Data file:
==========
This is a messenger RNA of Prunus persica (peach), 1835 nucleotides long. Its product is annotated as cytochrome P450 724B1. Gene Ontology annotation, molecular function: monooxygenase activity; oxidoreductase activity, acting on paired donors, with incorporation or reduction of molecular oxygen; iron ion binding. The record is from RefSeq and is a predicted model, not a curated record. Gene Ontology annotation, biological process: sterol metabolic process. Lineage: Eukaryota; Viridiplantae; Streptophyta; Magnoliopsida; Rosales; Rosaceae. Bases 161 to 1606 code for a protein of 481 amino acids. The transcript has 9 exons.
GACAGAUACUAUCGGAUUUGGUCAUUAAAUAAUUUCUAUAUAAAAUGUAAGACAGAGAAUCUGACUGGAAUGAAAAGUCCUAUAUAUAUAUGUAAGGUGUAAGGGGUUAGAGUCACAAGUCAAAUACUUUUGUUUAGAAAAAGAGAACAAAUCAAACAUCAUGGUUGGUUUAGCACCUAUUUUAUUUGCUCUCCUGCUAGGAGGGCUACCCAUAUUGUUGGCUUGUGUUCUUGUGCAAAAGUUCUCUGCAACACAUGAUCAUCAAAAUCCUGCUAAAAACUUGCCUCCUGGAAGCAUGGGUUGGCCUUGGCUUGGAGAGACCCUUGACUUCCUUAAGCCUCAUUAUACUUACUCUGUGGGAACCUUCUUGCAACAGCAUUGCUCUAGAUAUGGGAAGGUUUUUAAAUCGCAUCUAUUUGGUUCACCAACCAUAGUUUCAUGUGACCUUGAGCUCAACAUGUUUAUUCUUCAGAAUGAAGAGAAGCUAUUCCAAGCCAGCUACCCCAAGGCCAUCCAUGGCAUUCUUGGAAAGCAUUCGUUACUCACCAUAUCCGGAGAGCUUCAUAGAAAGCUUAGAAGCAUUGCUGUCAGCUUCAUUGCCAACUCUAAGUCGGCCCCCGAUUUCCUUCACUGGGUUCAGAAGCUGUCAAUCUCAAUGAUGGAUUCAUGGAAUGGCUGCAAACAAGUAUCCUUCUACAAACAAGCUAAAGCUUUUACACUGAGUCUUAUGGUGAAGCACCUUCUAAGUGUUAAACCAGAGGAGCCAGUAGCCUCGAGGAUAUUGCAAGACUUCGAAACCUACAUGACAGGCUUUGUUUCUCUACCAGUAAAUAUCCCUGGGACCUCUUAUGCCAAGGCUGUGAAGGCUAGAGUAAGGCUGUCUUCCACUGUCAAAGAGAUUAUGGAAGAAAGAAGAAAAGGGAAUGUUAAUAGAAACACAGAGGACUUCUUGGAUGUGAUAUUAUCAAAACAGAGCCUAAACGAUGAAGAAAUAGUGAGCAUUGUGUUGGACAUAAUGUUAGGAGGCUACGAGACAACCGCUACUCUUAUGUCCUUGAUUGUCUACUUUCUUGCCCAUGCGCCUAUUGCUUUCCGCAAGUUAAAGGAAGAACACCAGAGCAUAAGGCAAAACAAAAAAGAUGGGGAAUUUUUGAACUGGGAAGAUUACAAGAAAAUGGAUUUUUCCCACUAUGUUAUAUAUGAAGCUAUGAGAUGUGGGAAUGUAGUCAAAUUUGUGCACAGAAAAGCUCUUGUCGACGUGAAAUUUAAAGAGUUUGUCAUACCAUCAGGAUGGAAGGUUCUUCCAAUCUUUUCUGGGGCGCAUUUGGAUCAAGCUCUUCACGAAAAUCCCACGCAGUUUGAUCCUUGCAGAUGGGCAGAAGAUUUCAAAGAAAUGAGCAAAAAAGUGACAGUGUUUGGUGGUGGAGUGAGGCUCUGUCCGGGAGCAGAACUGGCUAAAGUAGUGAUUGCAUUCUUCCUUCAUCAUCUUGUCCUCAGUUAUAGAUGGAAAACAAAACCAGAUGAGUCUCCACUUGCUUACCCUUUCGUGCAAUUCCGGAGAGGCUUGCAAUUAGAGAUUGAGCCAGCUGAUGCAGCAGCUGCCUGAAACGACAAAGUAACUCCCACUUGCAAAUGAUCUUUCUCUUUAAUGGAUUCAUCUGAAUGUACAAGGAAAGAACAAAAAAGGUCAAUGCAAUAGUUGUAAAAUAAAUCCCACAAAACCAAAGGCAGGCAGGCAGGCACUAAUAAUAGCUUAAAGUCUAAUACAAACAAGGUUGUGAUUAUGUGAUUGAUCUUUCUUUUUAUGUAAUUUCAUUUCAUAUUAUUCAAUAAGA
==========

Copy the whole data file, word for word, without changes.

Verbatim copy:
This is a messenger RNA of Prunus persica (peach), 1835 nucleotides long. Its product is annotated as cytochrome P450 724B1. Gene Ontology annotation, molecular function: monooxygenase activity; oxidoreductase activity, acting on paired donors, with incorporation or reduction of molecular oxygen; iron ion binding. The record is from RefSeq and is a predicted model, not a curated record. Gene Ontology annotation, biological process: sterol metabolic process. Lineage: Eukaryota; Viridiplantae; Streptophyta; Magnoliopsida; Rosales; Rosaceae. Bases 161 to 1606 code for a protein of 481 amino acids. The transcript has 9 exons.
GACAGAUACUAUCGGAUUUGGUCAUUAAAUAAUUUCUAUAUAAAAUGUAAGACAGAGAAUCUGACUGGAAUGAAAAGUCCUAUAUAUAUAUGUAAGGUGUAAGGGGUUAGAGUCACAAGUCAAAUACUUUUGUUUAGAAAAAGAGAACAAAUCAAACAUCAUGGUUGGUUUAGCACCUAUUUUAUUUGCUCUCCUGCUAGGAGGGCUACCCAUAUUGUUGGCUUGUGUUCUUGUGCAAAAGUUCUCUGCAACACAUGAUCAUCAAAAUCCUGCUAAAAACUUGCCUCCUGGAAGCAUGGGUUGGCCUUGGCUUGGAGAGACCCUUGACUUCCUUAAGCCUCAUUAUACUUACUCUGUGGGAACCUUCUUGCAACAGCAUUGCUCUAGAUAUGGGAAGGUUUUUAAAUCGCAUCUAUUUGGUUCACCAACCAUAGUUUCAUGUGACCUUGAGCUCAACAUGUUUAUUCUUCAGAAUGAAGAGAAGCUAUUCCAAGCCAGCUACCCCAAGGCCAUCCAUGGCAUUCUUGGAAAGCAUUCGUUACUCACCAUAUCCGGAGAGCUUCAUAGAAAGCUUAGAAGCAUUGCUGUCAGCUUCAUUGCCAACUCUAAGUCGGCCCCCGAUUUCCUUCACUGGGUUCAGAAGCUGUCAAUCUCAAUGAUGGAUUCAUGGAAUGGCUGCAAACAAGUAUCCUUCUACAAACAAGCUAAAGCUUUUACACUGAGUCUUAUGGUGAAGCACCUUCUAAGUGUUAAACCAGAGGAGCCAGUAGCCUCGAGGAUAUUGCAAGACUUCGAAACCUACAUGACAGGCUUUGUUUCUCUACCAGUAAAUAUCCCUGGGACCUCUUAUGCCAAGGCUGUGAAGGCUAGAGUAAGGCUGUCUUCCACUGUCAAAGAGAUUAUGGAAGAAAGAAGAAAAGGGAAUGUUAAUAGAAACACAGAGGACUUCUUGGAUGUGAUAUUAUCAAAACAGAGCCUAAACGAUGAAGAAAUAGUGAGCAUUGUGUUGGACAUAAUGUUAGGAGGCUACGAGACAACCGCUACUCUUAUGUCCUUGAUUGUCUACUUUCUUGCCCAUGCGCCUAUUGCUUUCCGCAAGUUAAAGGAAGAACACCAGAGCAUAAGGCAAAACAAAAAAGAUGGGGAAUUUUUGAACUGGGAAGAUUACAAGAAAAUGGAUUUUUCCCACUAUGUUAUAUAUGAAGCUAUGAGAUGUGGGAAUGUAGUCAAAUUUGUGCACAGAAAAGCUCUUGUCGACGUGAAAUUUAAAGAGUUUGUCAUACCAUCAGGAUGGAAGGUUCUUCCAAUCUUUUCUGGGGCGCAUUUGGAUCAAGCUCUUCACGAAAAUCCCACGCAGUUUGAUCCUUGCAGAUGGGCAGAAGAUUUCAAAGAAAUGAGCAAAAAAGUGACAGUGUUUGGUGGUGGAGUGAGGCUCUGUCCGGGAGCAGAACUGGCUAAAGUAGUGAUUGCAUUCUUCCUUCAUCAUCUUGUCCUCAGUUAUAGAUGGAAAACAAAACCAGAUGAGUCUCCACUUGCUUACCCUUUCGUGCAAUUCCGGAGAGGCUUGCAAUUAGAGAUUGAGCCAGCUGAUGCAGCAGCUGCCUGAAACGACAAAGUAACUCCCACUUGCAAAUGAUCUUUCUCUUUAAUGGAUUCAUCUGAAUGUACAAGGAAAGAACAAAAAAGGUCAAUGCAAUAGUUGUAAAAUAAAUCCCACAAAACCAAAGGCAGGCAGGCAGGCACUAAUAAUAGCUUAAAGUCUAAUACAAACAAGGUUGUGAUUAUGUGAUUGAUCUUUCUUUUUAUGUAAUUUCAUUUCAUAUUAUUCAAUAAGA